What makes this platform really special is the community aspect and the realy life projects that you can get involved in. It’s an open source platform where users are encouraged to communicate and share their ideas through technology so the ideas can be brought to life in the real world. You can get involved in various projects related to coding, designing, creating and see your work being used. Like a Snapchat Geofilter, design your own Emoji, mix music, make dance routines, make your own animated gifs to share. You can even host a coding party. Needless to say there is an active Instagram and Twitter page to help you share your creations.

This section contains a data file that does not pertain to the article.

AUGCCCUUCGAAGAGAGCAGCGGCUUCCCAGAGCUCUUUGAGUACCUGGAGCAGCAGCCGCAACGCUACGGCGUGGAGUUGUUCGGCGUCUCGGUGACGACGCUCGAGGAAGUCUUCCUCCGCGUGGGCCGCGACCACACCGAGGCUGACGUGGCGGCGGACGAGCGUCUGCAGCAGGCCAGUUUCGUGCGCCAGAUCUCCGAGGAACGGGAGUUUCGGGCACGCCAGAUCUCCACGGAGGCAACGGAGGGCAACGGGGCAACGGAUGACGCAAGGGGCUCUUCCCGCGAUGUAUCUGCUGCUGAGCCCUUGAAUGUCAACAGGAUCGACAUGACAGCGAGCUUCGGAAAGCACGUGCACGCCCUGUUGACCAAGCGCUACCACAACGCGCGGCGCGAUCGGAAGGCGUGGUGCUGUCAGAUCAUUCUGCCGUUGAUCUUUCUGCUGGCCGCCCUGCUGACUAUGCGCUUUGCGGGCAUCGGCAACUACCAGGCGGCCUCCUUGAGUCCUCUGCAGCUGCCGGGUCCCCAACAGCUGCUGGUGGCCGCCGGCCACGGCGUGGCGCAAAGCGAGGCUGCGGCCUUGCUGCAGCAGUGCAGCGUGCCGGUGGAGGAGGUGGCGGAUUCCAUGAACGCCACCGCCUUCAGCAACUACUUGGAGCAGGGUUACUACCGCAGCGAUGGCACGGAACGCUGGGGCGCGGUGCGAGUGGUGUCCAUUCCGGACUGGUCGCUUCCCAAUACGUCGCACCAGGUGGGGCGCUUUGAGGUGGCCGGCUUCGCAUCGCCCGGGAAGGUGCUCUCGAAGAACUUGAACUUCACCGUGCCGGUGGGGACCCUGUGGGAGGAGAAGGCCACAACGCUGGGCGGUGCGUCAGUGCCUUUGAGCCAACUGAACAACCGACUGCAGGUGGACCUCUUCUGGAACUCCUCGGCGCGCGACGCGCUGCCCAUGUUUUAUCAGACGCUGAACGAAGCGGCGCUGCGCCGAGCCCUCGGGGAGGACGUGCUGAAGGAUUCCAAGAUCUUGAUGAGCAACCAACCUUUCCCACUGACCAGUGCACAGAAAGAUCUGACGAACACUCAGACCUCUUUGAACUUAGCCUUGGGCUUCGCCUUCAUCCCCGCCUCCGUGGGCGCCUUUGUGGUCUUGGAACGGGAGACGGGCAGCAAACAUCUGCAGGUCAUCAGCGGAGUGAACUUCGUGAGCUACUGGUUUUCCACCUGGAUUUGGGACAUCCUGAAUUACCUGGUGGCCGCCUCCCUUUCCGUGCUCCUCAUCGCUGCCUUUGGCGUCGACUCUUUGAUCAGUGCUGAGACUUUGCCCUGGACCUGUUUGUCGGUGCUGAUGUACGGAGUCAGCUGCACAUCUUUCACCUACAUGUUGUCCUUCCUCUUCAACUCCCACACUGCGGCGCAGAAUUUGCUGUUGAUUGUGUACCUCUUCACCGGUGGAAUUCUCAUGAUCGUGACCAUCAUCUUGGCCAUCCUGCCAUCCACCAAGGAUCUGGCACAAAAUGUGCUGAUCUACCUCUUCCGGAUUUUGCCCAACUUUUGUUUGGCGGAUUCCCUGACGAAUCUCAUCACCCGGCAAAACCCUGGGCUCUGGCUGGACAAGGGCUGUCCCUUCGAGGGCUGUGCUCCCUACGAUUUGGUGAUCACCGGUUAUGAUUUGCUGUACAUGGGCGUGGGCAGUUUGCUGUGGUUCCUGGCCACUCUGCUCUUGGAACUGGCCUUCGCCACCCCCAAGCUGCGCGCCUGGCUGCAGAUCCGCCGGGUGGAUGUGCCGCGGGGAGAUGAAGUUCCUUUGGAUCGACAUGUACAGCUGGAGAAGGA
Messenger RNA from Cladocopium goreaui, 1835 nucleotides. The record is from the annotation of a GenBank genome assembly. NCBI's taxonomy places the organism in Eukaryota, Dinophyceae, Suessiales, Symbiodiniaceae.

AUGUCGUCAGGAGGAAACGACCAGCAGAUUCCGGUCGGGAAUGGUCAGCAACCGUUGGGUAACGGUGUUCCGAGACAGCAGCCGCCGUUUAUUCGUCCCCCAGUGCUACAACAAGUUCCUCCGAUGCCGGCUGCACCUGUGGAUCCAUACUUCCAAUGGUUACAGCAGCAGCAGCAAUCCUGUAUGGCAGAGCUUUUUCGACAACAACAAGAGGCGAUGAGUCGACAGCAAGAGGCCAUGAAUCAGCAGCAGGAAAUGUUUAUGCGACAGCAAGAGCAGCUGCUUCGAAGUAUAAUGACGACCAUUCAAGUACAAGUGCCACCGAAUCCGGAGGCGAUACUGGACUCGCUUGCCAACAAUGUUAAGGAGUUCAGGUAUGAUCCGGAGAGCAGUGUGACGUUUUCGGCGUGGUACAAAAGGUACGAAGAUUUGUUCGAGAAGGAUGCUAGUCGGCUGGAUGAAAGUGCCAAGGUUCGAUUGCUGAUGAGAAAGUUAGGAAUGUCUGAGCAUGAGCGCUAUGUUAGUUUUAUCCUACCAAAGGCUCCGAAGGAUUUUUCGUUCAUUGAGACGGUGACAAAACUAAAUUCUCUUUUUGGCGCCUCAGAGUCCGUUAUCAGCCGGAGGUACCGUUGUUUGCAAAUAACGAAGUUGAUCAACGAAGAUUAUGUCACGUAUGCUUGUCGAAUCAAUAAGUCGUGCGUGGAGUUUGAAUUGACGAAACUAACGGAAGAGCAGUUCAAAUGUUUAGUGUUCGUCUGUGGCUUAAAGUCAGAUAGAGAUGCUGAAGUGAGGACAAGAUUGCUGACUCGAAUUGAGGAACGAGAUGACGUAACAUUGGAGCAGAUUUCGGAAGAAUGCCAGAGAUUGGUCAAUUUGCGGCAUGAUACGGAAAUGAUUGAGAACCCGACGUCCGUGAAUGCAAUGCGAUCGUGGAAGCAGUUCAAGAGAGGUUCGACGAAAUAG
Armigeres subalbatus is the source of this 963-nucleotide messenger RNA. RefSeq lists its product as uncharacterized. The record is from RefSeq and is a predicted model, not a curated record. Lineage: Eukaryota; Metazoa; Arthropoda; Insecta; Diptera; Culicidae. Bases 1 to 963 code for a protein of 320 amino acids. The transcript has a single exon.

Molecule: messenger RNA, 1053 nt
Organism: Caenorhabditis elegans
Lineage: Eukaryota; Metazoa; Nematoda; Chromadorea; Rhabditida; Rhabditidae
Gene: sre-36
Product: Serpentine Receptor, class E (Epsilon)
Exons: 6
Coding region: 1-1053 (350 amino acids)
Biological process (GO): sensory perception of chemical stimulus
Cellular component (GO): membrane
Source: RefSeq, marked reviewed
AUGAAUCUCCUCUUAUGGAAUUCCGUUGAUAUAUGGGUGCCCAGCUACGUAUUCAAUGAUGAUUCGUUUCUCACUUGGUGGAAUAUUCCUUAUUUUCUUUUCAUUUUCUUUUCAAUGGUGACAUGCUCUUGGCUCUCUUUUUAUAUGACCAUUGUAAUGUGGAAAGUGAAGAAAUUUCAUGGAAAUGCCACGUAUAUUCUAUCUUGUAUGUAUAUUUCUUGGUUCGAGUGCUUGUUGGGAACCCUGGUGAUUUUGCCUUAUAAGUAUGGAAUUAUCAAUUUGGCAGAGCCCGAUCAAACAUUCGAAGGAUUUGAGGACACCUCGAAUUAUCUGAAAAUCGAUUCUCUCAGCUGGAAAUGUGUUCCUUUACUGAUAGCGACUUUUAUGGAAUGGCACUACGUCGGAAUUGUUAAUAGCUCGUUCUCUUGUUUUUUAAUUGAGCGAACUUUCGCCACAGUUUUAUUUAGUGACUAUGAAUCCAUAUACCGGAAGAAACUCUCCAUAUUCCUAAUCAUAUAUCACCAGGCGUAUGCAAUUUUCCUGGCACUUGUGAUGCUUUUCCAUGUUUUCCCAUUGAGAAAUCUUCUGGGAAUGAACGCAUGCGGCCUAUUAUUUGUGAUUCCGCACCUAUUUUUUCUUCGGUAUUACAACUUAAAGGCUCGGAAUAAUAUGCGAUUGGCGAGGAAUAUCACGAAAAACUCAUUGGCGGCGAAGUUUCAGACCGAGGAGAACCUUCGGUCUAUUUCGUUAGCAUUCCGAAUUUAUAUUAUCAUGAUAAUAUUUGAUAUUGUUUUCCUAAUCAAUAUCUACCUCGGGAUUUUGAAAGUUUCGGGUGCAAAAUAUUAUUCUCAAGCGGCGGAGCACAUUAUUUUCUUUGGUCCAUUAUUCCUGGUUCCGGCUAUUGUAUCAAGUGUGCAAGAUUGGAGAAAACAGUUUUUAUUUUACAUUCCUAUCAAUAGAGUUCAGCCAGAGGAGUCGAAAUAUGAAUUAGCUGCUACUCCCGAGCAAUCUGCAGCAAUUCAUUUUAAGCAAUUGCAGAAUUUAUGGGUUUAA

Taking this further there is a Mentoring section on the website with stories of projects young women have done with coding that have made a difference in the world. Here is one of these extraordinary stories:
- Offer various coding projects that are related to music, arts, fashion etc. that can help users to understand more about the versatility of learning coding/using technology
- Fantastic stories of what others have achieved with this platform, here’s the YouTube Channel – https://www.youtube.com/user/madewcode
- Drag, drop, adjust concept
- Good introduction to coding
- Engaging and aspirational community
- Interesting projects to work on
- Can see the codes side by side with some explanations
- Lacks step by step tutorials, but you can use Scratch for this
- Background sound/music is missing, so can feel boring at times
Here is a review from the EdTech site: https://www.edtechteam.com/blog/2018/01/made-with-code/
OS: Versions for Windows, Mac and Linux